For decades, Chula Vista has tried to attract a four-year university. This week, the city got bad news: It won’t be getting a Cal State University campus. [The San Diego Union-Tribune]
Apple this week became the latest tech giant to promise to help reduce greenhouse gases. By 2030, the company pledged, every Apple device will have “net-zero climate impact.” [The New York Times]
Lauren Hughes is a grocery store worker in Temecula. She wrote a diary of her life for a month. It involved protests, conversations with friends and angry customers. [The Lily]
At the 2015 Comic-Con in San Diego, Representative John Lewis cosplayed as his younger self, from 1965, when he led hundreds across the Edmund Pettus Bridge. At the convention center, he started walking with children from a panel room to a booth. By the time he took notice, almost 1,000 people were following. [The New York Times]
The Coronavirus Outbreak ›
Frequently Asked Questions
Updated July 22, 2020
Why do masks work?
- The coronavirus clings to wetness and enters and exits the body through any wet tissue (your mouth, your eyes, the inside of your nose). That’s why people are wearing masks and eyeshields: they’re like an umbrella for your body: They keep your droplets in and other people’s droplets out. But masks only work if you are wearing them properly. The mask should cover your face from the bridge of your nose to under your chin, and should stretch almost to your ears. Be sure there are no gaps — that sort of defeats the purpose, no?
Is the coronavirus airborne?
- The coronavirus can stay aloft for hours in tiny droplets in stagnant air, infecting people as they inhale, mounting scientific evidence suggests. This risk is highest in crowded indoor spaces with poor ventilation, and may help explain super-spreading events reported in meatpacking plants, churches and restaurants. It’s unclear how often the virus is spread via these tiny droplets, or aerosols, compared with larger droplets that are expelled when a sick person coughs or sneezes, or transmitted through contact with contaminated surfaces, said Linsey Marr, an aerosol expert at Virginia Tech. Aerosols are released even when a person without symptoms exhales, talks or sings, according to Dr. Marr and more than 200 other experts, who have outlined the evidence in an open letter to the World Health Organization.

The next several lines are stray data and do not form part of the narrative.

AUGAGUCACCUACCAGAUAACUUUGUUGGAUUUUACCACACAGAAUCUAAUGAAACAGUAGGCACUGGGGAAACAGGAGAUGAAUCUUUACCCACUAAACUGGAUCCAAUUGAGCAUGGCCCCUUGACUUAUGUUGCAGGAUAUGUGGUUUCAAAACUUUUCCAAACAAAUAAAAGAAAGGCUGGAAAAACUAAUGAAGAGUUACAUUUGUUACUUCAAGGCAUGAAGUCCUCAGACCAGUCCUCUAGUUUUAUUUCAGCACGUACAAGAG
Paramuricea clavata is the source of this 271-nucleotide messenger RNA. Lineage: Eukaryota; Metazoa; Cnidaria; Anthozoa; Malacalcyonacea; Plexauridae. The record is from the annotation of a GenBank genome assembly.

What are the symptoms of coronavirus?
What’s the best material for a mask?
Does asymptomatic transmission of Covid-19 happen?
- So far, the evidence seems to show it does. A widely cited paper published in April suggests that people are most infectious about two days before the onset of coronavirus symptoms and estimated that 44 percent of new infections were a result of transmission from people who were not yet showing symptoms. Recently, a top expert at the World Health Organization stated that transmission of the coronavirus by people who did not have symptoms was “very rare,” but she later walked back that statement.
And Finally …
Sports are finally back — sort of. But like everything else, they’re going to have to be different.
Maybe, my colleagues on the Sports desk speculated, that’s a good thing. Maybe this is when the big leagues can reboot.
In this feature, they suggested a range of fixes large and small to make sports safer for athletes (realign conferences to minimize travel and maximize rivalry) and make them more accessible for fans (simplify rules, allow fun stuff like bat-flipping).
One change I’m especially rooting for: More women making strides in sports spaces dominated by men.
This week, for instance, Alyssa Nakken started as the San Francisco Giants’ first-base coach in an exhibition game at Oracle Park, making her the first woman to coach in big-league history, according to The San Francisco Chronicle. And, of course, there was the announcement that a majority women-owned National Women’s Soccer League team is set to come to Los Angeles.
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Jill Cowan grew up in Orange County, went to school at U.C. Berkeley and has reported all over the state, including the Bay Area, Bakersfield and Los Angeles — but she always wants to see more. Follow along here or on Twitter.
California Today is edited by Julie Bloom, who grew up in Los Angeles and graduated from U.C. Berkeley.